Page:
Smock raised questions about how we can identify accurate information in the new social media, which often creates states of unreality and alternative views of what is fact, verifiable truth, or totally fabricated fiction designed to be propaganda or for other purposes of deception. How can we bring ethical behavior and veracity to the new social media?
He also mentioned several critical thinkers who have influenced his thinking about mass media communication, starting with a leading critic of television in the 1960s, Marshall McLuhan, whose famous phrase “The Medium is the Message” suggested that the medium in which we receive our information and news actually shapes how we perceive what we are seeing and hearing. As an example of the medium being the message, Smock cited President Trump, who saw video clips of Syrian children dying from a gas attack. He launched 56 missiles against Syria because of his strong emotional reaction to a video. Would the president have launched such an attack if the information on the gas attacks had come in the form of a bland, printed intelligence report? How much did the medium that delivered the message affect his response?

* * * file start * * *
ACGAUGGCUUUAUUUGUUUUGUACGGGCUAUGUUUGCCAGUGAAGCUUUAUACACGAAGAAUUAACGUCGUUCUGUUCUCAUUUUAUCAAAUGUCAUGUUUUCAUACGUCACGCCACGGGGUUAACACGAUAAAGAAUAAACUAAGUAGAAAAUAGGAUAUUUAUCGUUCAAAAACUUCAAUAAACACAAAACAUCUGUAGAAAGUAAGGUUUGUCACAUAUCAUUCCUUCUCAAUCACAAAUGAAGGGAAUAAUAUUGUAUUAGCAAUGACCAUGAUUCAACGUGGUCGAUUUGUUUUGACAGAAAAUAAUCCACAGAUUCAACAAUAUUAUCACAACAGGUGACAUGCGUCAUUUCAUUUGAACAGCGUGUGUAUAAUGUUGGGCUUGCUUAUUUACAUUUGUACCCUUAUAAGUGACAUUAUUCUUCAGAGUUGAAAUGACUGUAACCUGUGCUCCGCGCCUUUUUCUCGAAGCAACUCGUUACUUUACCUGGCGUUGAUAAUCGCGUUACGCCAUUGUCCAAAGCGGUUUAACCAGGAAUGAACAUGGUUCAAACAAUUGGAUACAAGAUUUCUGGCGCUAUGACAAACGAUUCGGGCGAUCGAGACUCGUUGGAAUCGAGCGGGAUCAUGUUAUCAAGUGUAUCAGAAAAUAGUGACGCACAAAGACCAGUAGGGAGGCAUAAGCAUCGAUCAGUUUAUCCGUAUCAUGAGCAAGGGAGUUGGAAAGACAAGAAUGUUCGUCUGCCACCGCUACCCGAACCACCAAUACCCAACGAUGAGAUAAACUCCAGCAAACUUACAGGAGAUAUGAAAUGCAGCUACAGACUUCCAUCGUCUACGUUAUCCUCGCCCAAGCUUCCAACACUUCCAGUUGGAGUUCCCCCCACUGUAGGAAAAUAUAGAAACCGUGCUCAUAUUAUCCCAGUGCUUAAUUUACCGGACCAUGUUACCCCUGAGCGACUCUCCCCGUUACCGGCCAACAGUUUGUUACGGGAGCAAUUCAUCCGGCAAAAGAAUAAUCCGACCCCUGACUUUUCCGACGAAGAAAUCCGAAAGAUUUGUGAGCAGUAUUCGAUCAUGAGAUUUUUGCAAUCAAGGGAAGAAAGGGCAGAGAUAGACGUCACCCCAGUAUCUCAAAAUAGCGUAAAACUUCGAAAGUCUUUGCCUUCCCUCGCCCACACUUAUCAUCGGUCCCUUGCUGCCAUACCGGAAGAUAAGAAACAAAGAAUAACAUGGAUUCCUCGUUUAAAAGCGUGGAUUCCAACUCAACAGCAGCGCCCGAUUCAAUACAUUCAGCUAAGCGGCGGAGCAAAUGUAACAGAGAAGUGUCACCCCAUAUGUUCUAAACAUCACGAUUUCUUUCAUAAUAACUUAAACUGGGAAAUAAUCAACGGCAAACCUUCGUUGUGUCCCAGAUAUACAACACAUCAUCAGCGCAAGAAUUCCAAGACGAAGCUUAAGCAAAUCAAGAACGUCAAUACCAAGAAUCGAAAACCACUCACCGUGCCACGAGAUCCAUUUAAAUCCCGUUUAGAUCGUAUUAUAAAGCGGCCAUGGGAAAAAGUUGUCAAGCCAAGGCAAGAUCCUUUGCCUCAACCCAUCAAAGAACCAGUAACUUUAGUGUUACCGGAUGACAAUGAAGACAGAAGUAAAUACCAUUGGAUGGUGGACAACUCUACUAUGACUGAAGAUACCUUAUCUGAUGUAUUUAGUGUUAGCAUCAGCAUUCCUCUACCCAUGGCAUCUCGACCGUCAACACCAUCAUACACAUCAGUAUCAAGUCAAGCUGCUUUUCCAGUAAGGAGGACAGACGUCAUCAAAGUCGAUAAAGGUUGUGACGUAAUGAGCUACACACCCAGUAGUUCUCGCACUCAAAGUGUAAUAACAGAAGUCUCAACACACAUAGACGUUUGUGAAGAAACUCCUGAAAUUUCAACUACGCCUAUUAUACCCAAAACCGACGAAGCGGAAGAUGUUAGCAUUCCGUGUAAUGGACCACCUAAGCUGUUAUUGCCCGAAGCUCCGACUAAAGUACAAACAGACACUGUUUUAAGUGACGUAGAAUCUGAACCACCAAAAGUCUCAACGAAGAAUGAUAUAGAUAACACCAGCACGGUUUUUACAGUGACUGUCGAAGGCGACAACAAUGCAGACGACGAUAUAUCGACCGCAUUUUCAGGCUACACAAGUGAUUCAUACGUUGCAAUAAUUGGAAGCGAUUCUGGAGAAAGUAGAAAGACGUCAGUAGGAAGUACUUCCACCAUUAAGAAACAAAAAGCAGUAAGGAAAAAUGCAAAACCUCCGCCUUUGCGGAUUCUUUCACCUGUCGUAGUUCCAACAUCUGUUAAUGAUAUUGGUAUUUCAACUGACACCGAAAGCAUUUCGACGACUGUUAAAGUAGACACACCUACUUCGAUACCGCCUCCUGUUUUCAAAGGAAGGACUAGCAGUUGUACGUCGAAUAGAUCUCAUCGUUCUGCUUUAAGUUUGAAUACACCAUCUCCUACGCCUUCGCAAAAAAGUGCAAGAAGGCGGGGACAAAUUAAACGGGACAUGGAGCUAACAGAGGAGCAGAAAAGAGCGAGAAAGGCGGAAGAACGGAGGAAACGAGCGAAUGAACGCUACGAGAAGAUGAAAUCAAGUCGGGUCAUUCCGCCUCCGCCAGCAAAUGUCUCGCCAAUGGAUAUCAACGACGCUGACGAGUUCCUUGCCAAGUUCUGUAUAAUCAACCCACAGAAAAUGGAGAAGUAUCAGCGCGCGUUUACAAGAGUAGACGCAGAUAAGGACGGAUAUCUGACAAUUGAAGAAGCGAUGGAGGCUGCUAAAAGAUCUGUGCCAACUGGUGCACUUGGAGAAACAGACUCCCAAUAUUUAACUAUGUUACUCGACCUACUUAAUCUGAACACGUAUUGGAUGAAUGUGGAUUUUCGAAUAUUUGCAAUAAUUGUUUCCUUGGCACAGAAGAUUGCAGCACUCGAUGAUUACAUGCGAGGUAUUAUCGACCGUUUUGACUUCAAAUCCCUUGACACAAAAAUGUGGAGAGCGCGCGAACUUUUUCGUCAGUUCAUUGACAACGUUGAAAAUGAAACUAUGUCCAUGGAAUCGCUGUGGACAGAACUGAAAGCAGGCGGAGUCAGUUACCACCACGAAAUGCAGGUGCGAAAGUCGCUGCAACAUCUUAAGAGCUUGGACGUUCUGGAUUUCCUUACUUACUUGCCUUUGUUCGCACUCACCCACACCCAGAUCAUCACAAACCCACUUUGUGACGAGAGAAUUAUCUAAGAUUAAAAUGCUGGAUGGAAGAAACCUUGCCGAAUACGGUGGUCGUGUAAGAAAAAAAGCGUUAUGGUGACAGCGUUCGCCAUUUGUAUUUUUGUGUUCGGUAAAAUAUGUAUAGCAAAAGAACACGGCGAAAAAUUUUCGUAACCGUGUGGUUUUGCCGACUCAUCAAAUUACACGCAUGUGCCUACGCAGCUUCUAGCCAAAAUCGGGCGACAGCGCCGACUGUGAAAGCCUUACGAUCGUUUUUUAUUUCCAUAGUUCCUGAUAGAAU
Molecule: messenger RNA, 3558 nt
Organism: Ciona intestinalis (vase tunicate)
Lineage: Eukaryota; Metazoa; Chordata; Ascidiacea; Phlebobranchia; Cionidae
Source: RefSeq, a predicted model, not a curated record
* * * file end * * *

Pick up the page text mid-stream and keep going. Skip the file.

Smock recommended the book by Christopher Hedges The Empire of Illusion (2009). Hedges is a Pulitzer Prize winning journalist, a Princeton Professor, a Presbyterian minister and a leading social activist. His book, Smock said, is an incredible critique of how much our new social media make it possible for us to live in various states of unreality. “The Culture of Illusion,” Hedges wrote, “thrives by robbing us of the intellectual and linguistic tools to separate illusion from truth.”